Patternable Conjugated Polymers with Latent Hydrogen-Bonding on the Main Chain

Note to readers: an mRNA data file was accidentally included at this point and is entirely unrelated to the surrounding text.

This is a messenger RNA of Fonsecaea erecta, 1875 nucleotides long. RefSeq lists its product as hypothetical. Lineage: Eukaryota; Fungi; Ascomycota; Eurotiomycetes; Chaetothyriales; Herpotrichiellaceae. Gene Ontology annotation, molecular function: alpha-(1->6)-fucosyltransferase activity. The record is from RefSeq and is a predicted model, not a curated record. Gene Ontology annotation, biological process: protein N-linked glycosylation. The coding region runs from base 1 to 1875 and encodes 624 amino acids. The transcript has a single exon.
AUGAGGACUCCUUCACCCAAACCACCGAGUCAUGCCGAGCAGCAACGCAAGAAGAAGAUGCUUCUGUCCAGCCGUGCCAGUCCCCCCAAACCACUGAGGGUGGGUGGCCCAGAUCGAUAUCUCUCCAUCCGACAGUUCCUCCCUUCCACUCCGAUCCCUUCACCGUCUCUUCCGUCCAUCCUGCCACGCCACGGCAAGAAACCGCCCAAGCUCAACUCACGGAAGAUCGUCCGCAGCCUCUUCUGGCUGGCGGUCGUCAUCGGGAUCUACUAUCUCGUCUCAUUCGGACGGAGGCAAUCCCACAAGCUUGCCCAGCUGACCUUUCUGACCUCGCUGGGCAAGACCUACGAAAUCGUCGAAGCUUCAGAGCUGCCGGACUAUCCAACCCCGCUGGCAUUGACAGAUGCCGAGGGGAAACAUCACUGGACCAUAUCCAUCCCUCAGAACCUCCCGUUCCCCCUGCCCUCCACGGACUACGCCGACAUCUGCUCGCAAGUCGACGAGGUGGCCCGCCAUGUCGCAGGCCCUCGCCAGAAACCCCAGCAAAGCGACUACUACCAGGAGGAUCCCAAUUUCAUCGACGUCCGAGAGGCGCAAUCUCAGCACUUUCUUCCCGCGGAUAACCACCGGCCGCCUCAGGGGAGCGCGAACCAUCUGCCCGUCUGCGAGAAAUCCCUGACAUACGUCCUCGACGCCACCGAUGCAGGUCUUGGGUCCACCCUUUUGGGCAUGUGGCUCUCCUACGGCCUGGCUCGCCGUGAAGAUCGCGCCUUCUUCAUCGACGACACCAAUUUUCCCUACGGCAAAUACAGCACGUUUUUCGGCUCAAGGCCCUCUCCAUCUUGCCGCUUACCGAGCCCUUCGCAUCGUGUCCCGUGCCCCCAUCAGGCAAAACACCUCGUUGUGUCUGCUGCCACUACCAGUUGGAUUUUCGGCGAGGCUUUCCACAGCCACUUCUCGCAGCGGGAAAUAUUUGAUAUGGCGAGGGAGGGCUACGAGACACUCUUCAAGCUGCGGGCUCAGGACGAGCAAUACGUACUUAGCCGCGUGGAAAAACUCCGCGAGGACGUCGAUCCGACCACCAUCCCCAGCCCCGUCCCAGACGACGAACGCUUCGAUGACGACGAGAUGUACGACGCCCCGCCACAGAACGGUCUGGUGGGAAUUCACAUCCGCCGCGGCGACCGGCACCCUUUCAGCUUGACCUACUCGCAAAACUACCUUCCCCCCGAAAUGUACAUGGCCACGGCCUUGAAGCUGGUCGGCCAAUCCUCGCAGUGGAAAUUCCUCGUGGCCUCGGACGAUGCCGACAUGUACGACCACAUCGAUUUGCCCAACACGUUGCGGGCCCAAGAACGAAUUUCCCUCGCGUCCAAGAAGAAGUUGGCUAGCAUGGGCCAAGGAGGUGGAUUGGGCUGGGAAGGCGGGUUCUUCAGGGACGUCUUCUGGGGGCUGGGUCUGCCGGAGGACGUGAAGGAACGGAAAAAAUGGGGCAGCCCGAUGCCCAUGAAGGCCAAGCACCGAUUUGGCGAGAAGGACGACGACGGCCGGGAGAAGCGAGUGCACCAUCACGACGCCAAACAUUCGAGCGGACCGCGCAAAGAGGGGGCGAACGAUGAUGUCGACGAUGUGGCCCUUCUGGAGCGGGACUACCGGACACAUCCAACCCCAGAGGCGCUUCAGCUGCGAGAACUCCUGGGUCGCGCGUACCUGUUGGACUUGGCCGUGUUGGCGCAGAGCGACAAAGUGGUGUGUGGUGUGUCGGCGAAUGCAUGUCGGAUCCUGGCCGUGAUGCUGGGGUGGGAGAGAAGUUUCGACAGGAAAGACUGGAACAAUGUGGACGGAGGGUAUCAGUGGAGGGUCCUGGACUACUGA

Conjugated polymers with latent hydrogen-bonding on the main chain were synthesized using Suzuki coupling reaction. The resulting polymers with latent hydrogen-bonding can be converted to the actual hydrogen-bonded polymers by thermal annealing or UV irradiation. As the hydrogen-bonding sites are fused with π-conjugated units on the polymer backbone, the intermolecular interactions between the polymer chains will be strongly enhanced when the hydrogen-bonds are formed. By removing the protection group and forming hydrogen-bonding, the polymers exhibited a bathochromic shift over those with latent hydrogen-bonding, indicating a hydrogen-bonding-mediated enhancement of π–π stacking. In addition, the fused hydrogen-bond sites and π-conjugated units led to closely packed polymer chains, resulting in insoluble pigment-like polymers. This drastic solubility change from polymers with latent hydrogen-bonding to hydrogen-bonded polymers can be used to pattern conjugated polymers directly. The photolithography of the conjugated polymer with latent hydrogen-bonding was demonstrated, and the patterned electrochromic devices were fabricated and tested.